The honeymoon with retirement lasted only 2 weeks, however. Matt then became irritable and morose, and he focused his complaints on the amount of time Lucy worked. Even though she was away only 40 hours a week, it seemed much longer to him, and he began harassing her to quit her job. When she refused, they argued heatedly.
After these arguments, Matt would suddenly feel anxious for Lucy's safety and began insisting that he drive her to and from work. This relieved some anxiety and gave some structure to his day. But soon he began worrying about her safety on the job, and he would check on her multiple times during a day. At first tolerant, Lucy became embarrassed and angry as the frequency of his visits increased. That is when she finally told him that he needed to go to work and seek psychological help or she would move out.
He applied for a job in the K-Mart near his wife's store. She was not happy about his proximity, but at least he was occupied during the day. Matt, however, was surprised that he felt completely inadequate on the job. He couldn't think clearly or apply his police experience to the new situation. The store had a large Hispanic clientele, and he felt very uncomfortable when he suspected one of the Hispanic customers of shoplifting. Images of the long-forgotten Hispanic male his partner had shot came to him unbidden.
He began to have panic attacks, which he thought at first were heart attacks until that was ruled out. His sleep, never normal, became even worse, and he was usually up at 3:00 a.m., awakening from a nightmare in which Sam, looking physically like he did in the morgue, kept trying to say something that Matt could never make out in the dream. Matt was left only with the sense that if he could understand what his partner was saying, Sam would be alive today.
These dreams and day images were so vivid that Matt began to "worry that he was going crazy." His wife, seeing this, reminded him of his promise to get professional help. This time, he admitted that he could not do it by himself any longer. "Call any shrink you want," he said, "I'll go."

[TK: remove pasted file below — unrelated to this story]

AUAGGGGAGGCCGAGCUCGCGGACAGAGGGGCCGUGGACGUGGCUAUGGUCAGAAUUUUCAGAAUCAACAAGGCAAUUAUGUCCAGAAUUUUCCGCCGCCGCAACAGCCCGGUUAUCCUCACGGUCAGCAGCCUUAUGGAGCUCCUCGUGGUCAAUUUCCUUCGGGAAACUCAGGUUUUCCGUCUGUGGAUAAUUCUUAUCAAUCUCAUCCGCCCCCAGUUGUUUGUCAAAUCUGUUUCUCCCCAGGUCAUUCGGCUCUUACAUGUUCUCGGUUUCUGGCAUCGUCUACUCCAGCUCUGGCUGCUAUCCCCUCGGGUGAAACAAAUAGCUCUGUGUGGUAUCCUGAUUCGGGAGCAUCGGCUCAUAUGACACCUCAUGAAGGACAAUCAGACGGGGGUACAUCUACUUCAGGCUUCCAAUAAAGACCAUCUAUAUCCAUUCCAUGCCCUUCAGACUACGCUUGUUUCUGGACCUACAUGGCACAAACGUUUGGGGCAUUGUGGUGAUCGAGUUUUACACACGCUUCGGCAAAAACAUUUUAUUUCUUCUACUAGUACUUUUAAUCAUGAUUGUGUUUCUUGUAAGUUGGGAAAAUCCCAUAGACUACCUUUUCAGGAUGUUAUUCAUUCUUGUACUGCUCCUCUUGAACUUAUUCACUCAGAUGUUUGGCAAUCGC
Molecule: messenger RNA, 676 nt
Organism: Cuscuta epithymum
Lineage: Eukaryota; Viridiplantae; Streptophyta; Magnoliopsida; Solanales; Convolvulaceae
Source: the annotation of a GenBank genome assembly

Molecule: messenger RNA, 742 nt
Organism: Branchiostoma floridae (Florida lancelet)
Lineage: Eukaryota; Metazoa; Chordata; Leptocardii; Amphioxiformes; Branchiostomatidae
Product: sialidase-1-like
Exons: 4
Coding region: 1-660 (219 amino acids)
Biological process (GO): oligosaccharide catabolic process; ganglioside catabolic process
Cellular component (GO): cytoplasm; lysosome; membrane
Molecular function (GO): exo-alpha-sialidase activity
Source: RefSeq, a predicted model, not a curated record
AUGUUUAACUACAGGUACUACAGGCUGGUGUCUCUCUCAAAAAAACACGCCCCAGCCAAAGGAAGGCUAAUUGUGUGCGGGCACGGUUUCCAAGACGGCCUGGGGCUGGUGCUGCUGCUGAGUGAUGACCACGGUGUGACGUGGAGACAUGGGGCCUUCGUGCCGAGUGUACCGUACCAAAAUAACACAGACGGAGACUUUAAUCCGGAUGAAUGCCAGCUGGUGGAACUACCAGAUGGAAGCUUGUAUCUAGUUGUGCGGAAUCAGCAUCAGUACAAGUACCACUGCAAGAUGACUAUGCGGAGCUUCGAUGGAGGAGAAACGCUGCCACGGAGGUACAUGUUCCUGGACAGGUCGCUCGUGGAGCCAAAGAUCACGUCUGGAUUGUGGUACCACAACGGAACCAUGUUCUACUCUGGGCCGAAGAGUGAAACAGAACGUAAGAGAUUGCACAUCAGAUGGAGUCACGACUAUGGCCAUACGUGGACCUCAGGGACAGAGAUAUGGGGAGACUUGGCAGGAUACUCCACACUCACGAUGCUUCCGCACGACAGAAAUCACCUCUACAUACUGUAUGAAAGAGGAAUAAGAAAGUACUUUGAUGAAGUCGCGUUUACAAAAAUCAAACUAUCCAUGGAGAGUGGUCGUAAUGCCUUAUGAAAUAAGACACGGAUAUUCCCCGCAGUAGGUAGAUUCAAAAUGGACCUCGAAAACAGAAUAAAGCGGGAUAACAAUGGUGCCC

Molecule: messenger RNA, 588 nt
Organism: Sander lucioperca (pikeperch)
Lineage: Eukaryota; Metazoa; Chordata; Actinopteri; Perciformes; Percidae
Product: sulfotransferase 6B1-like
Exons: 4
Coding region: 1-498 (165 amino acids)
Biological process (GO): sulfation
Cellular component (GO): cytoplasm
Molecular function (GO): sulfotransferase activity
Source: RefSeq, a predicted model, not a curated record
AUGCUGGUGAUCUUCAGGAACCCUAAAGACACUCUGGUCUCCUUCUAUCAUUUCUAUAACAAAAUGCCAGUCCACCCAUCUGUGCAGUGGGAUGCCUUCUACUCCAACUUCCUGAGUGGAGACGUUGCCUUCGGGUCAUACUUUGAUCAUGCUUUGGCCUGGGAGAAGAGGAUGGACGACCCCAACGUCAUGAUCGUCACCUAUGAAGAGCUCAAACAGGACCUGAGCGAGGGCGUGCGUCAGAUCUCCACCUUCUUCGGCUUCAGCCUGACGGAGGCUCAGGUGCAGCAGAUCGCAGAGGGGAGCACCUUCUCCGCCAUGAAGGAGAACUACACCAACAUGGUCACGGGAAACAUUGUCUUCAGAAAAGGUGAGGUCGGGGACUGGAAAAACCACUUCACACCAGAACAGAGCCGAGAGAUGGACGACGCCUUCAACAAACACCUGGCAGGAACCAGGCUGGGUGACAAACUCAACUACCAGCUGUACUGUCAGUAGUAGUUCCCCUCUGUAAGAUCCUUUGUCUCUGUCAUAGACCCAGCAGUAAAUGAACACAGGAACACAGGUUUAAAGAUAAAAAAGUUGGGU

Lucy had called the Employee Assistance Program at the police force over a month earlier. They had recommended that Matt see Dr. Francine Shapiro, and Lucy called her immediately. Matt had an appointment within 48 hours.
- What is your impression of Matt?
- How typical or atypical are his life experiences and his current behavior?
- What do you believe are the core issues for Matt?
- What is the utility of these initial formulations?
- Before reading the next section, what topics and issues do you think will be addressed in the initial sessions?
Notes on Previous Sessions
Session 1: This 1 1/2 hour session was devoted to getting a history of the presenting problem and Matt's functioning to determine whether he was suitable for EMDR treatment: Level of disturbance, personal stability, and life constraints were evaluated. When suitability was ascertained, the remainder of the session was devoted to getting a complete clinical picture of his dysfunctional behaviors, symptoms, and characteristics that would need to be addressed in treatment.
Next, the specific targets that needed to be reprocessed were defined: the Hispanic prisoner's death involving his original partner, the mayhem Matt had witnessed in his years as a homicide officer, and the death of his last partner. Time was also spent defining the present triggers that stimulated the dysfunctional behaviors.
Finally, the EMDR process was explained, including its effects, and relaxation techniques for coping with high stress were outlined.
Session 2: A week later, the second session provided an opportunity for Matt to ask questions about the treatment and discuss any symptoms that had occurred since the first meeting. Because Matt had been having intrusive thoughts of Sam's death through the week, and had experienced high anxiety over Lucy's safety, the target Dr. Shapiro selected was Sam's death. Dr. Shapiro asked Matt to select the image that best represented this trauma, which Matt reported as seeing Sam's body in the morgue.
Dr. Shapiro assisted Matt in identifying the negative self-attribution related to this image. This was, simply, that "I'm to blame." Then Dr. Shapiro helped Matt to identify a positive cognition that was more rational, realistic, and empowering. This was, just as simply, "I did the best that I could."